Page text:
Mothers are always sending us out into the world. It’s one of their two or three primary duties. They’ve got to send us out, bring us back, and clean us up when we walk back in. Motherhood seems to be a never ending cycle of those three actions. There is one critical item to the motherly cycle of sending children (whether grown or not) into the world. What are you never, ever supposed to leave home without? Clean underwear. Yes, that’s right. You are always supposed to leave home as my grandmother used to say, “With a clean pair of drawers.” Why is that? Because, even though you may have been in an awful bus accident or run over by a cement mixer, it will reflect negatively on your mother or grandmother’s ability to keep house if they find you with a dirty pair of underwear. Your mother is afraid, that at the funeral, people will turn to each other and start to talk, “you know I hear he was found with dirty underwear. How could she send him out that way?” This, brothers and sisters is not the last gift you want to give to your mother; gossip at a church funeral.
There may have been other things about which your mother stressed. I always had a few clean tissues folded up neatly in my pocket. That was until I graduated to full-fledged handkerchief. She didn’t want me to be caught with either a face full or handful of mucus. Mother knew I had a genetic predisposition to snot filled violent sneezes. So, she sent me out with something unique to me and my needs. I suspect it was that way with each of you. Our mothers wanted us to be prepared for the world we would eventually face on our own and without them.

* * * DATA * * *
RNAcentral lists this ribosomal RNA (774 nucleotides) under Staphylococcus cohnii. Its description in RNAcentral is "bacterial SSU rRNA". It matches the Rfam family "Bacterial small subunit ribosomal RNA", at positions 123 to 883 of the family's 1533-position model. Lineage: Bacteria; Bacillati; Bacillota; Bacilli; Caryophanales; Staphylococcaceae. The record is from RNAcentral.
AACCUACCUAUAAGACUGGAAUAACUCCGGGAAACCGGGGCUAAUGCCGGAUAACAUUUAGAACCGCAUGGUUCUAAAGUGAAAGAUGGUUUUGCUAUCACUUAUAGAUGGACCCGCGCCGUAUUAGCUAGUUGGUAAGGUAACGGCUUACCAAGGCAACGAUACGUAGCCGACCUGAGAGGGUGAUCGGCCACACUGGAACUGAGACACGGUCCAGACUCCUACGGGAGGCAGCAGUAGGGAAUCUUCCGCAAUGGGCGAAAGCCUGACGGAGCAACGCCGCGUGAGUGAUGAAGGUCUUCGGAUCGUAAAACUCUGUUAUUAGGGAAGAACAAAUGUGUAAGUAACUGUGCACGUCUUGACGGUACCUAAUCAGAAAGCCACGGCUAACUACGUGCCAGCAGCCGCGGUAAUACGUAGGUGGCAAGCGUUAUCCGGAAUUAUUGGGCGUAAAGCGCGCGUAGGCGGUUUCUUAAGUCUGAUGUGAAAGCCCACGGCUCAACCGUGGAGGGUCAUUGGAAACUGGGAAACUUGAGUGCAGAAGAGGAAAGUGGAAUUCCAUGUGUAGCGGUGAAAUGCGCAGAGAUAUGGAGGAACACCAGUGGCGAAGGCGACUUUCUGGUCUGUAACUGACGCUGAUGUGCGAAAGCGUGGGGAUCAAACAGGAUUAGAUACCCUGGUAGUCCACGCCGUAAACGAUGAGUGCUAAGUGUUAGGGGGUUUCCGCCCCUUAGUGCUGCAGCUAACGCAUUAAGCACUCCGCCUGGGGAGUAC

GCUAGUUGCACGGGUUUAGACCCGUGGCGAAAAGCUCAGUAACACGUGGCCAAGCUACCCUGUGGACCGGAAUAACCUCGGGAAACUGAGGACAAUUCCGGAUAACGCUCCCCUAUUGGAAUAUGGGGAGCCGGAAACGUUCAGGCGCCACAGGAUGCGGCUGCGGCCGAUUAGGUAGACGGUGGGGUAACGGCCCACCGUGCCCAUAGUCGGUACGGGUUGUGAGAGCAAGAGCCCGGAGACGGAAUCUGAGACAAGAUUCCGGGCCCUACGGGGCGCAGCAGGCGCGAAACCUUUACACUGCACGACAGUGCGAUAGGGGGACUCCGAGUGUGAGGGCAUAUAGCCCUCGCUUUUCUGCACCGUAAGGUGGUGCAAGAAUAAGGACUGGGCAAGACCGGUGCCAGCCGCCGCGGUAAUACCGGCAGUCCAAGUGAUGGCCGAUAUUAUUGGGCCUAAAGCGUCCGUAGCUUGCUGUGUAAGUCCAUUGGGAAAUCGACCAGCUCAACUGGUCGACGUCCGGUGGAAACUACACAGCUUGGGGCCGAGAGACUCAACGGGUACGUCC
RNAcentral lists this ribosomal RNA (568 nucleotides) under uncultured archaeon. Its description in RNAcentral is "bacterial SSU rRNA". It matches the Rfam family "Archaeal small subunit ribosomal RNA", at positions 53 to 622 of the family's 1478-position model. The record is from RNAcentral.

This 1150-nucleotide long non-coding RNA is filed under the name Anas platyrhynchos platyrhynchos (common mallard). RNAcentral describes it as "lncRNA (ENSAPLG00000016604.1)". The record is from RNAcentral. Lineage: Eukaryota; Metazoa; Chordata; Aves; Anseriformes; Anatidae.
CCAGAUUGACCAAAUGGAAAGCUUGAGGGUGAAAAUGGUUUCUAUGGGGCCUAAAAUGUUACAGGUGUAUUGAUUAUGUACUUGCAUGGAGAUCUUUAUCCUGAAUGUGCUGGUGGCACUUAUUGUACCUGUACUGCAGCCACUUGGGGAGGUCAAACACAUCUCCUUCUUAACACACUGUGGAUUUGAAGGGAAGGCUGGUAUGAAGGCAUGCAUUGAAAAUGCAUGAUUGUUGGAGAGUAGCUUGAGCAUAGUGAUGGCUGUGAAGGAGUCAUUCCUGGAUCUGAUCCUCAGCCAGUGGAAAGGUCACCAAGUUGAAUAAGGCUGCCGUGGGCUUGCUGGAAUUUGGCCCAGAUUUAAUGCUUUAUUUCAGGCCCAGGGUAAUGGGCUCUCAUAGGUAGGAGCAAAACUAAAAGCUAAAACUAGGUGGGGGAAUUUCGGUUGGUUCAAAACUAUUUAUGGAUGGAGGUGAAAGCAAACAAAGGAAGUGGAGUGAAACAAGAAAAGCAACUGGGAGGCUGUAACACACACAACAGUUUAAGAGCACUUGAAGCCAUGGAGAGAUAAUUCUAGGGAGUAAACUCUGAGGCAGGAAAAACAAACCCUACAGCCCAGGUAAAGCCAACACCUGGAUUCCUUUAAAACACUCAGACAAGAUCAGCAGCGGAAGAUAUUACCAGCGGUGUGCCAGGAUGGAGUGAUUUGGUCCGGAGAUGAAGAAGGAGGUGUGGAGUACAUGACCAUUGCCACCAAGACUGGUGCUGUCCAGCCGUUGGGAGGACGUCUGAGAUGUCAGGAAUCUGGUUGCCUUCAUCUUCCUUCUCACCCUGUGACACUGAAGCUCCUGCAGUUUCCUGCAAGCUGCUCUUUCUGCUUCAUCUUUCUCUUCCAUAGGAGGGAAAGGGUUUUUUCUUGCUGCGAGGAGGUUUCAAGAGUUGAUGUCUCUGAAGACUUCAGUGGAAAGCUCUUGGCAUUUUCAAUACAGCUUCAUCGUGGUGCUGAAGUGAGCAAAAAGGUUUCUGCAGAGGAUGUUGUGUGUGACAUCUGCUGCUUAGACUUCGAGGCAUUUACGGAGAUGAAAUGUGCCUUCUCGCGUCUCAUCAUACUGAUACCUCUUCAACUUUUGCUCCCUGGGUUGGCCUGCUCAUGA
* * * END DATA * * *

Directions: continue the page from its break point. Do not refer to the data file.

Enter, or should I say, exit Jesus. At some point Jesus knew his time with the disciples would end permanently. The resurrection was a temporary reality; designed to bridge the gap between the lives the disciples led with Jesus and what they would be asked to do without Jesus. Like a mother, Jesus was finally sending them out into the world without him, on their own, and to continue the work he started. Today is Ascension Sunday, the day Jesus steps back once and for all and gives the disciples their clean underwear.
What does Jesus giving the disciples a clean pair of theological underwear look like? For one, he tells them we’re taking this message from the particular to the universal. Since Israel came on the scene, Israel’s relationship with God has been the defining factor of its identity. God is our God and we are God’s people to the exclusion of every other nation, tribe, or God. This idea, as Jesus himself notes, is written in the stone of the 10 commandments and embodied by the Temple. This is changing. We’re going from the particular to the universal. God’s relationship will extend beyond Israel to the Universal, to everyone. It’s going to take another character, whom we’ve just barely met, named Paul to really take this idea to the streets. Starting from here in Jerusalem, Jesus says, I need you go to everyone. Think about it this way. Along time ago, God was placed in one room (in a big house) and told never to leave that room. We’re now saying God has the run of the whole house (which is like Planet Earth). Imagine the energy, enthusiasm, curiosity, and power God is going to want to go from place to place, room to room, and see what’s all over this big house? We’ve got to be there every step of the way. We are partners in the process.